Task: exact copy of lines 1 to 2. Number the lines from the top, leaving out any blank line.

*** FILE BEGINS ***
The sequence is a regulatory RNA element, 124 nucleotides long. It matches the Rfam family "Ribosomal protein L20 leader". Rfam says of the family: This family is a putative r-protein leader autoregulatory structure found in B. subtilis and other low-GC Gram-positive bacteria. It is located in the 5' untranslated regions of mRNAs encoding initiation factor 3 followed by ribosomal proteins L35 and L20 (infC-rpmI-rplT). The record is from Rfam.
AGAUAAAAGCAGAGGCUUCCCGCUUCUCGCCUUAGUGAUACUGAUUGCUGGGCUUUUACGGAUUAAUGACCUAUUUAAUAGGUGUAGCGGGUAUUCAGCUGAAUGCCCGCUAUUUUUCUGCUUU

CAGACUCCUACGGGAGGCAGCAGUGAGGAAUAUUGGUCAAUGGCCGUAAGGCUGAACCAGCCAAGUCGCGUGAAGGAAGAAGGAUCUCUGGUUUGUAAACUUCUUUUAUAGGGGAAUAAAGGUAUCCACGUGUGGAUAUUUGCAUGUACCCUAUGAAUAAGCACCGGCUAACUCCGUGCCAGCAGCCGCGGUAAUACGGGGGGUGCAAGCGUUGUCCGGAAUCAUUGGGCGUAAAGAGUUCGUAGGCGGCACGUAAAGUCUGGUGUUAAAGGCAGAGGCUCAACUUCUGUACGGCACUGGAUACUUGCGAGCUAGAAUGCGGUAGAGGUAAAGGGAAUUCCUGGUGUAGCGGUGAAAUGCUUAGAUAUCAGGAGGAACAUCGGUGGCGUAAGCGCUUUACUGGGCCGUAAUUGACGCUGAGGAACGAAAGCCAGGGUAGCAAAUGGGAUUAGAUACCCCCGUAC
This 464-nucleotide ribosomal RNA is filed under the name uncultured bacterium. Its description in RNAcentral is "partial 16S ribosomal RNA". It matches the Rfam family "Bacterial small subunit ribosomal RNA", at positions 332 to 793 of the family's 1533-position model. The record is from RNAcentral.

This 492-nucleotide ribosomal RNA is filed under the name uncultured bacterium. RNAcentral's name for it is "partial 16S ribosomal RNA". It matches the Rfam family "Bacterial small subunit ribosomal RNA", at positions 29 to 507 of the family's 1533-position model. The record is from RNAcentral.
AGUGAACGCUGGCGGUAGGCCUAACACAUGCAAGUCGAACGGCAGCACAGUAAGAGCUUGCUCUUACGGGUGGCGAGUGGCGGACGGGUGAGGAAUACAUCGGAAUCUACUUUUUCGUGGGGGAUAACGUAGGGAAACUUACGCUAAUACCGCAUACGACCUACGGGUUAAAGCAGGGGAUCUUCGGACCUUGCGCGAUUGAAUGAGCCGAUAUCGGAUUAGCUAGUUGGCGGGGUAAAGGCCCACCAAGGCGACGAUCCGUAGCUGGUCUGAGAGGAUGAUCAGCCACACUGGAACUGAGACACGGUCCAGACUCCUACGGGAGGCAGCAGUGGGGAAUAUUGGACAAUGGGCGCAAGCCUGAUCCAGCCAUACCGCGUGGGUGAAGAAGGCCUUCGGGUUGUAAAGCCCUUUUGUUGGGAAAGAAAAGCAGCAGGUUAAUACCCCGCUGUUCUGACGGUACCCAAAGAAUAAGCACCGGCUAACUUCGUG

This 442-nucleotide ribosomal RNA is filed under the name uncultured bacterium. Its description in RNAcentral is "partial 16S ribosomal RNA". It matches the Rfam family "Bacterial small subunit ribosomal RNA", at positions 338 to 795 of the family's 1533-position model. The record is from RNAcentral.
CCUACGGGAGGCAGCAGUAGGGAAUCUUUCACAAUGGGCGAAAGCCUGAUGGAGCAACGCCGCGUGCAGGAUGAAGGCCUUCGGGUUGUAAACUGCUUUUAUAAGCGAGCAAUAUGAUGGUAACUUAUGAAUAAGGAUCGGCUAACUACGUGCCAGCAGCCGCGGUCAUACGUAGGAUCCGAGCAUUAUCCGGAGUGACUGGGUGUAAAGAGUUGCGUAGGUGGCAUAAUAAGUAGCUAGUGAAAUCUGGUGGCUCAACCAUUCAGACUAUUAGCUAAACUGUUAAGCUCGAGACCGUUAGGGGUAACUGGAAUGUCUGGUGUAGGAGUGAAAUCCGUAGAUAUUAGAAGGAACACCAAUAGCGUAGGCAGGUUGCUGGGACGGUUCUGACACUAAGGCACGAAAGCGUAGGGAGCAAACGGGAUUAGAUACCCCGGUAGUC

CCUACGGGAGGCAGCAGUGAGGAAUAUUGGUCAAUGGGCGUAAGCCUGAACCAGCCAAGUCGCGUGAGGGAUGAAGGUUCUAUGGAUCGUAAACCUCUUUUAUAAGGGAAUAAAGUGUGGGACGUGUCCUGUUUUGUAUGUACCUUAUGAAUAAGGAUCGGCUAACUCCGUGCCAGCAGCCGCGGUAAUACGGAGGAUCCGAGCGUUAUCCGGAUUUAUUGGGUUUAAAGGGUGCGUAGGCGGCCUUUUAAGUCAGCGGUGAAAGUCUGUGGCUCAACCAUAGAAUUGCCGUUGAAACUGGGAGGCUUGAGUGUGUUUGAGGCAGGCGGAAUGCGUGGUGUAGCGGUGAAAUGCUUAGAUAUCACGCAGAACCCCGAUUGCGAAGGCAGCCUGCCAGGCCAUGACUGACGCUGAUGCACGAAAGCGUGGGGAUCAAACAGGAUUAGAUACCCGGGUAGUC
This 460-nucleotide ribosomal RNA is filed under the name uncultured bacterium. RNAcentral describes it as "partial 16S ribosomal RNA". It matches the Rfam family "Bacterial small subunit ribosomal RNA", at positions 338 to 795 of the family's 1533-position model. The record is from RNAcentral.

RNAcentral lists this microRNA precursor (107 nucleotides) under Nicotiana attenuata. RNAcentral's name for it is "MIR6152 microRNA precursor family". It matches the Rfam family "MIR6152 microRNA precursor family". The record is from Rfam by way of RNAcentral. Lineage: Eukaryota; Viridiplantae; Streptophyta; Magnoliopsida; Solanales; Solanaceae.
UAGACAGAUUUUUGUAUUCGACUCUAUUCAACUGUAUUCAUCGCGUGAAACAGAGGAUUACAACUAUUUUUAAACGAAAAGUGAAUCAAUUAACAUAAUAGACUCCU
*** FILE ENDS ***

The sequence is a regulatory RNA element, 124 nucleotides long. It matches the Rfam family "Ribosomal protein L20 leader". Rfam says of the family: This family is a putative r-protein leader autoregulatory structure found in B. subtilis and other low-GC Gram-positive bacteria. It is located in the 5' untranslated regions of mRNAs encoding initiation factor 3 followed by ribosomal proteins L35 and L20 (infC-rpmI-rplT). The record is from Rfam.
AGAUAAAAGCAGAGGCUUCCCGCUUCUCGCCUUAGUGAUACUGAUUGCUGGGCUUUUACGGAUUAAUGACCUAUUUAAUAGGUGUAGCGGGUAUUCAGCUGAAUGCCCGCUAUUUUUCUGCUUU